Grandia II Anniversary Edition Review
Given a Glossy Sheen
Despite being around for fifteen years, Grandia II is not a game I’d played before. However, GungHo Online Entertainment America’s decision to put out the Grandia II Anniversary Edition during a low-key August and September provided a good opportunity to finally try it out. I’m happy to say that even though I have no associated feelings of nostalgia potentially providing a rose-tinted view, the game holds up surprisingly well and is up there with recent releases among the more impressive games I’ve played this year.
The biggest plaudits for Grandia II from those who have played it prior appear reserved for its battle system, and justifiably so. Combat in Grandia II, a take on active time systems with commands having a charge before they are acted on, offers a lot of potential tactics. Interrupting enemy actions while they are charging, and the danger of the party being interrupted, is a vital part of combat and those who neglect keeping the enemy from acting will regret it, especially on the tougher bosses. The overall speed of combat strikes a good rhythm as well, minus the unfortunate need for players to see the full skill animations every time, which can be grating when multiple lengthy ones are used in quick succession. Pathfinding is sometimes an issue for regular attacks in busy battles, which requires the character to physically move to the enemy in addition to the charge time, and can see people getting stuck against something else long enough to not carry out the action.
Although there are a couple of difficulty spikes early on, the standard difficulty is nicely balanced throughout. There never feels like a need to grind, but bosses frequently pose a decent challenge that requires some thinking to get through. Should disaster fall and earn a game over, save points are pretty abundant and players are never likely to lose much progress provided they’re used. With its excellent combination of tactical options, well-tuned balancing, and good pacing, Grandia II plays host to one of the most enjoyable battle systems out there.
The icon-based UI and menus can leave players initially unaware of the location of certain options, but it is at least easy enough to remember where everything is after playing for a while, with the game providing a helpful amount of information during battle. Standard equipment and item systems are present, but the ability to spend points earned from battle to learn new skills, spells, and passive abilities helps to offer some extra strategic options. Events are very linear, and there’s nothing to write home for in terms of optional content, which is restricted to a solitary region for battling various monsters that is accessible just prior to the final dungeon. However, Grandia II manages to be plenty interesting enough on its own accord for this to not be an issue.
Grandia II‘s story is decent, albeit certainly not the greatest tale ever told. Following the journey of the mercenary Geohound Ryudo on his job to escort a sister of the Church of Granas named Elena, he soon becomes embroiled in schemes concerning the revival of the evil god Valmar. Complicating matters is Elena’s disappearance, where she is replaced by a completely different woman named Millenia. Millenia often appears to help out Ryudo and his companions to serve her own desires, with the relationship between her and Elena, once it is revealed, leading to an interesting amount of tension and moral ambiguity in the party.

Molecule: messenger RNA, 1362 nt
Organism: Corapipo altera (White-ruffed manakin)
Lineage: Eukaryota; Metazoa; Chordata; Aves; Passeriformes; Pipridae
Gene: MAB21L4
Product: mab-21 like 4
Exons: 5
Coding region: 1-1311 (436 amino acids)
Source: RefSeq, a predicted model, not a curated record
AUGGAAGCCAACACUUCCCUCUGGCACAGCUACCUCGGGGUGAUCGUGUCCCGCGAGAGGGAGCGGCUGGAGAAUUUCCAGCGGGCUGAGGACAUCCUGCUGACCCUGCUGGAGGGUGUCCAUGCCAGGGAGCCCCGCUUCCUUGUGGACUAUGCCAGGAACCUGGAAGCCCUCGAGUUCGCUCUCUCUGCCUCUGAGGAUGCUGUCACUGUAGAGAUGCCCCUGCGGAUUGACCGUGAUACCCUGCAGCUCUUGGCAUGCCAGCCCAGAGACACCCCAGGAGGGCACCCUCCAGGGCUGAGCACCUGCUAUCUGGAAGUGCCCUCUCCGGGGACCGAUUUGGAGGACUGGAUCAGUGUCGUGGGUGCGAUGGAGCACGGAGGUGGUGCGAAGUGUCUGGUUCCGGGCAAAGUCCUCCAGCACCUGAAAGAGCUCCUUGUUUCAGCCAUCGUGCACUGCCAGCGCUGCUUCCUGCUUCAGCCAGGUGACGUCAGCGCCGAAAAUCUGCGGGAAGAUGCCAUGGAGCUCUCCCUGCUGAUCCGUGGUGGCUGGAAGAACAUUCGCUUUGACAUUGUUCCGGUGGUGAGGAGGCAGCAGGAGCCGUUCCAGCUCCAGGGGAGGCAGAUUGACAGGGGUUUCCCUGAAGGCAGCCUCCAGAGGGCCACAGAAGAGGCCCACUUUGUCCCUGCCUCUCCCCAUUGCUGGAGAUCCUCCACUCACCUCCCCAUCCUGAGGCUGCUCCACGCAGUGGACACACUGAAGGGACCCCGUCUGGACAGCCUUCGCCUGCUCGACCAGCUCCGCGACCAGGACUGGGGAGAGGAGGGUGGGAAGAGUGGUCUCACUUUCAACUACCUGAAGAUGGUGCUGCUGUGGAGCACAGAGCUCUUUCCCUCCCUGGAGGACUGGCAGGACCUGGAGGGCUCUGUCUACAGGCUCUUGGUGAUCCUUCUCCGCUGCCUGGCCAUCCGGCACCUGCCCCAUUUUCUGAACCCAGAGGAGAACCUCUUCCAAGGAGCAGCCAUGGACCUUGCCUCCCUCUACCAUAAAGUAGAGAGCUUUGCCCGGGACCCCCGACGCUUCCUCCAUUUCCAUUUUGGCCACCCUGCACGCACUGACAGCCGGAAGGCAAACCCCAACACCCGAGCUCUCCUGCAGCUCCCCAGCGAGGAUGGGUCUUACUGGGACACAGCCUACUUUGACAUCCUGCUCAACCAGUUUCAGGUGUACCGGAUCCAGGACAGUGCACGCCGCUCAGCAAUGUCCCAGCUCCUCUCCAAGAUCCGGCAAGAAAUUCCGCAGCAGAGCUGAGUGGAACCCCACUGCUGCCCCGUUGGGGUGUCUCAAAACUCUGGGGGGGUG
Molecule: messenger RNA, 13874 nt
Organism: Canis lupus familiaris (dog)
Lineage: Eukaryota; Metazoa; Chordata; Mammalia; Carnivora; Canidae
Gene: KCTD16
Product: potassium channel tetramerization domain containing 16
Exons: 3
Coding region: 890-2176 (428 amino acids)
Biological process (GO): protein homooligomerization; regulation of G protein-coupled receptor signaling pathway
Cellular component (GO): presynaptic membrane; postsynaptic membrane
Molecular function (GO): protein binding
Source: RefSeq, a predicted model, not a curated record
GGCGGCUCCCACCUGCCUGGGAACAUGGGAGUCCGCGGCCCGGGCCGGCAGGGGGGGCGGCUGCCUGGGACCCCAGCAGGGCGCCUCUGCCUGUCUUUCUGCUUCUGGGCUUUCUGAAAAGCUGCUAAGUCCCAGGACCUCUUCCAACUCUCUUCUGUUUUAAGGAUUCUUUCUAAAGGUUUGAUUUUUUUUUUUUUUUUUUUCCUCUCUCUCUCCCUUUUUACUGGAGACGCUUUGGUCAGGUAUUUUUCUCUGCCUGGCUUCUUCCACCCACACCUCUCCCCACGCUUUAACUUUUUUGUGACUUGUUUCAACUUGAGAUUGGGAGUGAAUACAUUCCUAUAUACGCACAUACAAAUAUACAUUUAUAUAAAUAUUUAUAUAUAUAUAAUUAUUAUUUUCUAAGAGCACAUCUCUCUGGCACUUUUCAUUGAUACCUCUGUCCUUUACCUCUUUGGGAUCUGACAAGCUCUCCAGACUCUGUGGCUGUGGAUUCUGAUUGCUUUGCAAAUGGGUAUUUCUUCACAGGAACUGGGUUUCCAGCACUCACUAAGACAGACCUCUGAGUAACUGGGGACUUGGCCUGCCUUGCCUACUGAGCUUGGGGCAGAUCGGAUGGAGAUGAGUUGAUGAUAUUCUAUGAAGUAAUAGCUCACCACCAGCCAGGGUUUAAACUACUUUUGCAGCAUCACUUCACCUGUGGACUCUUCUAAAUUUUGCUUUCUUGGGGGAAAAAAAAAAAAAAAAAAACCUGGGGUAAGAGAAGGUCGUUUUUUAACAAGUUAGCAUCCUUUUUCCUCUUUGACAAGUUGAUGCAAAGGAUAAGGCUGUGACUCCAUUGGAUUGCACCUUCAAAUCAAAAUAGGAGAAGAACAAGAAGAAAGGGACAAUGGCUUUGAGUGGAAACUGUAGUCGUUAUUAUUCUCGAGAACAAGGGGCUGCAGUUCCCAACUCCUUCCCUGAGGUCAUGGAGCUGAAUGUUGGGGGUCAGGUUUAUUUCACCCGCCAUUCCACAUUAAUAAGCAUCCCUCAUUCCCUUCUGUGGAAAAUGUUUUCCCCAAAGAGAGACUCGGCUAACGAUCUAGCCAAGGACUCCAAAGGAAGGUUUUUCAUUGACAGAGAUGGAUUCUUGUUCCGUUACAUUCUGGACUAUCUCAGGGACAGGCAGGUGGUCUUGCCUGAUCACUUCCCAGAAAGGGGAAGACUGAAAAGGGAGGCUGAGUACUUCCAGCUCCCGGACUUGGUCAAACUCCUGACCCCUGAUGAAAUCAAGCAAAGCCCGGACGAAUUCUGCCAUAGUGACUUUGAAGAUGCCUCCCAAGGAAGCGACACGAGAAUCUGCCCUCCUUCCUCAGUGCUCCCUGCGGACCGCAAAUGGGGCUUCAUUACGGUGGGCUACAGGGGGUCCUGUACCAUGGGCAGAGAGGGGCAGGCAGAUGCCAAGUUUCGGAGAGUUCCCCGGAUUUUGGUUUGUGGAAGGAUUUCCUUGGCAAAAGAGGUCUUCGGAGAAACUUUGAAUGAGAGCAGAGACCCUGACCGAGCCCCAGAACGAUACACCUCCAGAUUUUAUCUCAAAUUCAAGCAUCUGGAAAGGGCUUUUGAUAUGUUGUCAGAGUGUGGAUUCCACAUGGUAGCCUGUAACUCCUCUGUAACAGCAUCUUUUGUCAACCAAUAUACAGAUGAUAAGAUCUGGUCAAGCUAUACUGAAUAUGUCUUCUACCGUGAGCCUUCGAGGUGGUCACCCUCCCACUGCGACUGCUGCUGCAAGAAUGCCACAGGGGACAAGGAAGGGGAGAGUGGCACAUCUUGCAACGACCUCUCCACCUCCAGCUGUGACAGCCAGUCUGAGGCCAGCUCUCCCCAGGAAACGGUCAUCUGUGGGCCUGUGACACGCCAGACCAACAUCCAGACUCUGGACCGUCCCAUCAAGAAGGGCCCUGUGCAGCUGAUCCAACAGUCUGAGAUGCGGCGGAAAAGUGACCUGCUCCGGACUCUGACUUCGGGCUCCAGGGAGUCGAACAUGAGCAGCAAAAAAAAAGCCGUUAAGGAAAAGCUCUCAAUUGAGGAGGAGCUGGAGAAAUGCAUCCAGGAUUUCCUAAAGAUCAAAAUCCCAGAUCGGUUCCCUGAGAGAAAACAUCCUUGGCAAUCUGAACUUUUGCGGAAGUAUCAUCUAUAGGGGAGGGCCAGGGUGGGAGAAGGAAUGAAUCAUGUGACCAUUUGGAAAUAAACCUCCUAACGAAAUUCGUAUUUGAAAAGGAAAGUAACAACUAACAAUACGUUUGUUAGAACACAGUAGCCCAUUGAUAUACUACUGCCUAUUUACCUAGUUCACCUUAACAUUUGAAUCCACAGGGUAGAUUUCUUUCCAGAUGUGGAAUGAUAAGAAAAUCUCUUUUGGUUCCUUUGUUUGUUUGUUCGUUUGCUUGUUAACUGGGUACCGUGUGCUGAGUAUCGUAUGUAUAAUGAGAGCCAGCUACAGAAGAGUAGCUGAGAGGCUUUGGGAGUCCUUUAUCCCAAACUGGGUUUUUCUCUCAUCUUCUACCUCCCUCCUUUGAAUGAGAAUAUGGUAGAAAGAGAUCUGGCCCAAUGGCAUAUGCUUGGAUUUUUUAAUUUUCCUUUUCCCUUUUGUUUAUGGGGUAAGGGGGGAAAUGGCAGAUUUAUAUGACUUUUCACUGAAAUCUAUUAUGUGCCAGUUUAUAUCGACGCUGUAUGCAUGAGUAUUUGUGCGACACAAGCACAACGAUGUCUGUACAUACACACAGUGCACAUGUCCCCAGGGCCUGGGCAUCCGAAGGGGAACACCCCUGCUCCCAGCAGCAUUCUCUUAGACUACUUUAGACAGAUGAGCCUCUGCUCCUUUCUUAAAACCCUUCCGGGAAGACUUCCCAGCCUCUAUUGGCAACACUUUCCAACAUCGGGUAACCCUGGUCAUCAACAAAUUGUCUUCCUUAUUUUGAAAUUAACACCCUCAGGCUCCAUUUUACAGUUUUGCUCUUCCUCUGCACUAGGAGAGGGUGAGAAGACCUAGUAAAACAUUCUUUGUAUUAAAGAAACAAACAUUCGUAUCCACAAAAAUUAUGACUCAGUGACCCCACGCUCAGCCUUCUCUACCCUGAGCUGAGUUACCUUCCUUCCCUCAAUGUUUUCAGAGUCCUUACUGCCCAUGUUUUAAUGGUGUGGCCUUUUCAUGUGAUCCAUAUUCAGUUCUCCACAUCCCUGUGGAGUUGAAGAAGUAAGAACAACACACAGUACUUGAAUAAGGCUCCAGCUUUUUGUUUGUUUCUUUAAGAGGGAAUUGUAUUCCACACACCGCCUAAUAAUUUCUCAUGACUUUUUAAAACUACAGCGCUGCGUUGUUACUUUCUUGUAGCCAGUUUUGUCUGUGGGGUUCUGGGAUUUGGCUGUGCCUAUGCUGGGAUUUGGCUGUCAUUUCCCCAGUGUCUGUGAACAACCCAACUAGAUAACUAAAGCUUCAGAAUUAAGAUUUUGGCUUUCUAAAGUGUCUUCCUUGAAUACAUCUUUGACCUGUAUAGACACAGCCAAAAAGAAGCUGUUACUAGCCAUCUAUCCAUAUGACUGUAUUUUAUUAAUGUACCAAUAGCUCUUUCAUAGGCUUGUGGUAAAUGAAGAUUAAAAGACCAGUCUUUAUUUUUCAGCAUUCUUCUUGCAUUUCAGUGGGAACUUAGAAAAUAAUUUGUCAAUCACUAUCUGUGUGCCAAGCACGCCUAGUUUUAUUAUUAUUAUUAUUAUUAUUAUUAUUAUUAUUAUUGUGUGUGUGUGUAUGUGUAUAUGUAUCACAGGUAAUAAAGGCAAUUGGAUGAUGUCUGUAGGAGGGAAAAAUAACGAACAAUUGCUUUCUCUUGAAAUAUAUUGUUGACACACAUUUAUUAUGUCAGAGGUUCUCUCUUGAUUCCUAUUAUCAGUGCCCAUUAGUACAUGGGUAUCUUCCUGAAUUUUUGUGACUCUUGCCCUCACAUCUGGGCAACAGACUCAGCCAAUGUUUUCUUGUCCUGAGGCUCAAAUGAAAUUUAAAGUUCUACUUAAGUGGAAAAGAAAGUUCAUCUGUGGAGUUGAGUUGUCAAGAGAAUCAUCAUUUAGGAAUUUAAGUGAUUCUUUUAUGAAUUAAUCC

Probably the biggest weakness in the story is the game’s setting. Not too much time was wasted on the names of events and locations, with the past Battle Between Good and Evil named exactly as such. The basic lore of Granas and Valmar is interesting, with the full reveal of their past battles offering an interesting twist, but the current state of the world and its various ruling bodies just feels a bit underdeveloped. The basic world map and limited top-down camera angle for exploring also contribute to this feeling.
There are some technical issues to report. While some bugs have been fixed with a patch shortly after release, some persistent issues remained. On top of crashes, which thankfully occured rarely enough that a restart and return to the previous save didn’t kill too much progress, the game suffers from significant slow down the longer it is running, often necessitating a restart to return things to the proper speed, though this is thankfully a quick process. Other issues simply feel a result of the game’s age, noticeable in comparatively slow-loading text boxes and lots of lengthy and unskippable animations during battles, but these are never enough to cause major annoyance.
Despite not seeming to have a huge number of tracks, the music is a joy to listen to. Noriyuki Iwadare’s score is incredibly catchy and of very high production quality throughout. Voice acting is used sparingly in events, though it gets hefty usage for battle cries and skill callouts. Most of the cast does a decent enough job when called upon, though Ryudo is pretty susceptible to overacting in key scenes. The visuals, which have been given an HD sheen, hold up pretty nicely as well, though the few FMV sequences in the game really show their age with the aforementioned slowdown also adding a slight damper.
In the end, I had a great time with Grandia II. Though there are some issues, the gameplay is such that these are much more easily forgiven than they otherwise might’ve been. Those who have yet to check out the game have a prime opportunity to enjoy its excellent combat system with the Anniversary Edition.
Excellent battle system
Engaging overall story and cast
Some technical bumps
Unskippable battle animations